In Brene’ Brown’s model of “B.R.A.V.I.N.G” - the first three things - boundaries, reliability, and accountability are fairly obvious and oft talked about concepts. But V is for “VAULT” really caught my attention.
The skill set she puts in this category goes like this: “Learning how to keep confidences, to recognize what’s ours to share and what’s not. The challenge is to stop using gossip, common enemy intimacy, and oversharing as a way to hotwire connection.” (p. 150 Braving the Wilderness)
These concepts are all ways Brene says we use fake connections to imitate true belonging. When we gossip it feels all connected...until we imagine others gossiping about us. Oversharing feels like intimacy until we realize that we shared with someone who was not safe and the sharing backfires. Common enemy intimacy is when we experience a connective zing based on connecting with others based on who and what we are against. This intimacy is particularly pernicious because it often joins us to people we with whom we share no common core values.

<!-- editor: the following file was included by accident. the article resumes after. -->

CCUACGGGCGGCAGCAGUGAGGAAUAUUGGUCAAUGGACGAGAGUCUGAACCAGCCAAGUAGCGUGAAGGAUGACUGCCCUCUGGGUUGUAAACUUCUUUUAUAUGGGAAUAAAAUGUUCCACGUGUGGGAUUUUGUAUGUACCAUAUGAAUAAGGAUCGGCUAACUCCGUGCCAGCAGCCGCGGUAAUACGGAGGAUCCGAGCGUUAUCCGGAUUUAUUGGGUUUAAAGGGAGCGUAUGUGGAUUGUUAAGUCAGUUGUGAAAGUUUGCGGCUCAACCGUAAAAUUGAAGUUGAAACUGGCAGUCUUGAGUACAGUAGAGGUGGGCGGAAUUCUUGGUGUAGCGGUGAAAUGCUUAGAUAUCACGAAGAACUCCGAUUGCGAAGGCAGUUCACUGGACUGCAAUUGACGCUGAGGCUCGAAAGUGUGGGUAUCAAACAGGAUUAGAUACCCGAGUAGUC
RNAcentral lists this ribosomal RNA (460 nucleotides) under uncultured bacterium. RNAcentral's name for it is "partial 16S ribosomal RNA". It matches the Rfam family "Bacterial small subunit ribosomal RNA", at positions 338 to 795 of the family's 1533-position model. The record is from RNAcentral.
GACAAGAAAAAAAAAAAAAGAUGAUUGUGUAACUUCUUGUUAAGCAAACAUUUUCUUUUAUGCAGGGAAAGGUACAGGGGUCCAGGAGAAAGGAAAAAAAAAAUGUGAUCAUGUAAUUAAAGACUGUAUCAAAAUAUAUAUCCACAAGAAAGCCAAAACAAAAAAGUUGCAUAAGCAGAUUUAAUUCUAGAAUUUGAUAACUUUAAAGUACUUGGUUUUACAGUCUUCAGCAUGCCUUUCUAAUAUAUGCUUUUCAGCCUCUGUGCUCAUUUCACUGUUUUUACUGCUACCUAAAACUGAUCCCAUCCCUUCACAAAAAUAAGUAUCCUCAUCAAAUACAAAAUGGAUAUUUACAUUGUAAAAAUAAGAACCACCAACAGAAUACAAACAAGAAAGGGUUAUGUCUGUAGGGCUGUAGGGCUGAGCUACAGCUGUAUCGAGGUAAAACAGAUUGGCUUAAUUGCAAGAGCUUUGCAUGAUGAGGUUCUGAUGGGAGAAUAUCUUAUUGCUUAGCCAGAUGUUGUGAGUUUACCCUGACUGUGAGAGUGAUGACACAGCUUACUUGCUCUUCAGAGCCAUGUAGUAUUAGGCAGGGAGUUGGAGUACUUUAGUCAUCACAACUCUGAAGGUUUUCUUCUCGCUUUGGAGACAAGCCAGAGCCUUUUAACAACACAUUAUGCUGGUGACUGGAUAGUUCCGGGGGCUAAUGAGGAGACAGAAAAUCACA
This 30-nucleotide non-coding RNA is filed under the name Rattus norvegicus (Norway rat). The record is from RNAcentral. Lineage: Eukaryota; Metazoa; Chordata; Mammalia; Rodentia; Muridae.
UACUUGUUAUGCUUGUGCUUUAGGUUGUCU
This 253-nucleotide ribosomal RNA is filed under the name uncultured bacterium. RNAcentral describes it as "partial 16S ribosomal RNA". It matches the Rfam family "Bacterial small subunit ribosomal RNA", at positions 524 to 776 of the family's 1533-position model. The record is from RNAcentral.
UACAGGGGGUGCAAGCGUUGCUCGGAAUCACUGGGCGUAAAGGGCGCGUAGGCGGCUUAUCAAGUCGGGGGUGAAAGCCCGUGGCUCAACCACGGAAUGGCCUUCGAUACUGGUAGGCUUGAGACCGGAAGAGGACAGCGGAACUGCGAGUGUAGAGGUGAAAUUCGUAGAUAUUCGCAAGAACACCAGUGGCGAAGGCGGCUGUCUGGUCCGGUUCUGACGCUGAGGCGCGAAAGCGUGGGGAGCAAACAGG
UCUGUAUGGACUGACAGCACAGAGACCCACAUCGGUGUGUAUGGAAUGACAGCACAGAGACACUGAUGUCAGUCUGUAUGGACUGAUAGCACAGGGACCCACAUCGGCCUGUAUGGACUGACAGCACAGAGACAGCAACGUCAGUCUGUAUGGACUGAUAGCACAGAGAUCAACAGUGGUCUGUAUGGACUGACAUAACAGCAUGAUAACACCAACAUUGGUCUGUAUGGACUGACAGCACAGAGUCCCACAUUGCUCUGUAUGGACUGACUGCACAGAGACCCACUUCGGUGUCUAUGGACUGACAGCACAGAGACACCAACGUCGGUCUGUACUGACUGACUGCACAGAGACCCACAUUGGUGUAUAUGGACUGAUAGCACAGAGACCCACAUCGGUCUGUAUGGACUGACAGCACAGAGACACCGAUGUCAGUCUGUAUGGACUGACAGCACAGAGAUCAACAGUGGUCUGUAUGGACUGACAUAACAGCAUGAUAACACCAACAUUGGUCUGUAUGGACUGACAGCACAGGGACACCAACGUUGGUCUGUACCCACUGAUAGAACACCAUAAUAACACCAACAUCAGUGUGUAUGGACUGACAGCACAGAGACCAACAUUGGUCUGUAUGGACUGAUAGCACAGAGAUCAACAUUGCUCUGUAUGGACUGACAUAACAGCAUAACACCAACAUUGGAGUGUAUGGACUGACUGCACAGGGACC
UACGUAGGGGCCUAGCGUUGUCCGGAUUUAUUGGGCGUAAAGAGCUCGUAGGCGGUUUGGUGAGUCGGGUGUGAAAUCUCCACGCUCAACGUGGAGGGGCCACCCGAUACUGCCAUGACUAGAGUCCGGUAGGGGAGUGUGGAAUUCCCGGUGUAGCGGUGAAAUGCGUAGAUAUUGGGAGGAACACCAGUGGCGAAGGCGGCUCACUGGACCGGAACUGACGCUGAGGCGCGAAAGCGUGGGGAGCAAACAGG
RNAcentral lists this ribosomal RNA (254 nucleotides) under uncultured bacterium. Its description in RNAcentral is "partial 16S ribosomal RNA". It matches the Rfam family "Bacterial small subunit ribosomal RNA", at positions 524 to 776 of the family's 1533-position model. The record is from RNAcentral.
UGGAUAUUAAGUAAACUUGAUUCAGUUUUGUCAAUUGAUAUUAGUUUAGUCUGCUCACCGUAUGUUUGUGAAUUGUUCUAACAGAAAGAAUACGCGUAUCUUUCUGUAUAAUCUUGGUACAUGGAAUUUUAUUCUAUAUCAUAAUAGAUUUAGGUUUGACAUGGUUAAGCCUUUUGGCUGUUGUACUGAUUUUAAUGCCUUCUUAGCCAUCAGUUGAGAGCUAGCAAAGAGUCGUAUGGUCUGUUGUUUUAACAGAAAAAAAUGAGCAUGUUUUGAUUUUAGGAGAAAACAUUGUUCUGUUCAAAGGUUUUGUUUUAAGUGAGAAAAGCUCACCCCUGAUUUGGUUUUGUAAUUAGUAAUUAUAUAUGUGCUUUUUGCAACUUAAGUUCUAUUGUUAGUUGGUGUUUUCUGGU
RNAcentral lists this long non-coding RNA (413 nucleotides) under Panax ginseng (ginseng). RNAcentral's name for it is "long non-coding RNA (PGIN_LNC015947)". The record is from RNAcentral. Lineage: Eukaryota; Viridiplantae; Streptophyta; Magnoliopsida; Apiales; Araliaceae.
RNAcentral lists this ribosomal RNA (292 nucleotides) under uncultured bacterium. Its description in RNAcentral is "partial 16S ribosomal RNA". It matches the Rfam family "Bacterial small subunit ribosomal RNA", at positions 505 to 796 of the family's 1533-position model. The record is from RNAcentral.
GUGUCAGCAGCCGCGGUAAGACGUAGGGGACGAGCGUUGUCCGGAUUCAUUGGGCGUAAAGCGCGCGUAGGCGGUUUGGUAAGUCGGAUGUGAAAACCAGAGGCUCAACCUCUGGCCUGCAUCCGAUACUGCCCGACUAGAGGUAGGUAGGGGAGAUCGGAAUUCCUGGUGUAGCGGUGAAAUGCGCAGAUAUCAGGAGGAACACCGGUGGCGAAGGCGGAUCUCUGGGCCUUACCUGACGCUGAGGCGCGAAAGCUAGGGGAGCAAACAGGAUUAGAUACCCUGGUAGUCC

This is why my Republican friends are rightfully upset because their Democrat friends are now labelling them a rascist because they voted for President Trump in the election. My Democrat friends are devastated that their Republican friends say, “Hey, there is no way I could vote for crooked Hillary.” The name calling and the connection each political party feels when they gather together and bash the other is an example of common enemy bonding. Each is making assumptions that the other side believes are false. But here’s the real problem. We are making enemies out of people who are not enemies. This is a problem.
Folks, beware this kind of bonding. It’s indecent.